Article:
Estrogen prevents cholesteryl ester accumulation in macrophages induced by the HIV protease inhibitor ritonavir

Melinda E. Wilson, Tomoko Sengoku, Kimberly F. Allred

Research output: Contribution to journalArticlepeer-review

13 Scopus citations


Individuals with HIV can now live long lives with drug therapy that often includes protease inhibitors such as ritonavir. Many patients, however, develop negative long-term side effects such as premature atherosclerosis. We have previously demonstrated that ritonavir treatment increases atherosclerotic lesion formation in male mice to a greater extent than in female mice. Furthermore, peripheral blood monocytes isolated from ritonavir-treated females had less cholesteryl ester accumulation. In the present study, we have investigated the molecular mechanisms by which female hormones influence cholesterol metabolism in macrophages in response to the HIV protease inhibitor ritonavir. We have utilized the human monocyte cell line, THP-1 as a model to address this question. Briefly, cells were differentiated for 72 h with 100 nM PMA to obtain a macrophage-like phenotype in the presence or absence of 1 nM 17β-estradiol (E2), 100 nM progesterone or vehicle (0.01% ethanol). Cells were then treated with 30 ng/ml ritonavir or vehicle in the presence of aggregated LDL for 24 h. Cell extracts were harvested, and lipid or total RNA was isolated. E2 decreased the accumulation of cholesteryl esters in macrophages following ritonavir treatment. Ritonavir increased the expression of the scavenger receptor, CD36 mRNA, responsible for the uptake of LDL. Additionally, ritonavir treatment selectively increased the relative levels of PPARγ mRNA, a transcription factor responsible for the regulation of CD36 mRNA expression. Treatment with E2, however, failed to prevent these increases at the mRNA level. E2 did, however, significantly suppress CD36 protein levels as measured by fluorescent immunocytochemistry. This data suggests that E2 modifies the expression of CD36 at the level of protein expression in monocyte-derived macrophages resulting in reduced cholesteryl ester accumulation following ritonavir treatment.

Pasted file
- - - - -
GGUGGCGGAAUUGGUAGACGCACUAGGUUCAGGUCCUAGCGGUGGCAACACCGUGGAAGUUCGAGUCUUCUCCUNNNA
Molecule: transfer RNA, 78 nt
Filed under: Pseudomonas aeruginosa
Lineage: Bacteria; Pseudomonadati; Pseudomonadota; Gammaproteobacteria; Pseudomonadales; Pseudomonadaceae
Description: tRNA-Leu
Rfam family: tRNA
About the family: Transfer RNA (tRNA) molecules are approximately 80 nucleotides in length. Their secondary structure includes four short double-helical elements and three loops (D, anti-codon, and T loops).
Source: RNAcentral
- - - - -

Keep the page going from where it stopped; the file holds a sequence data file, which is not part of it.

Original languageEnglish
Pages (from-to)1598-1606
Number of pages9
JournalJournal of Cellular Biochemistry
Issue number5
StatePublished - Apr 1 2008


  • Atherosclerosis
  • CD36
  • Estrogen
  • Macrophage
  • PPARγ
  • Ritonavir
  • Steroid

ASJC Scopus subject areas

  • Biochemistry
  • Molecular Biology
  • Cell Biology


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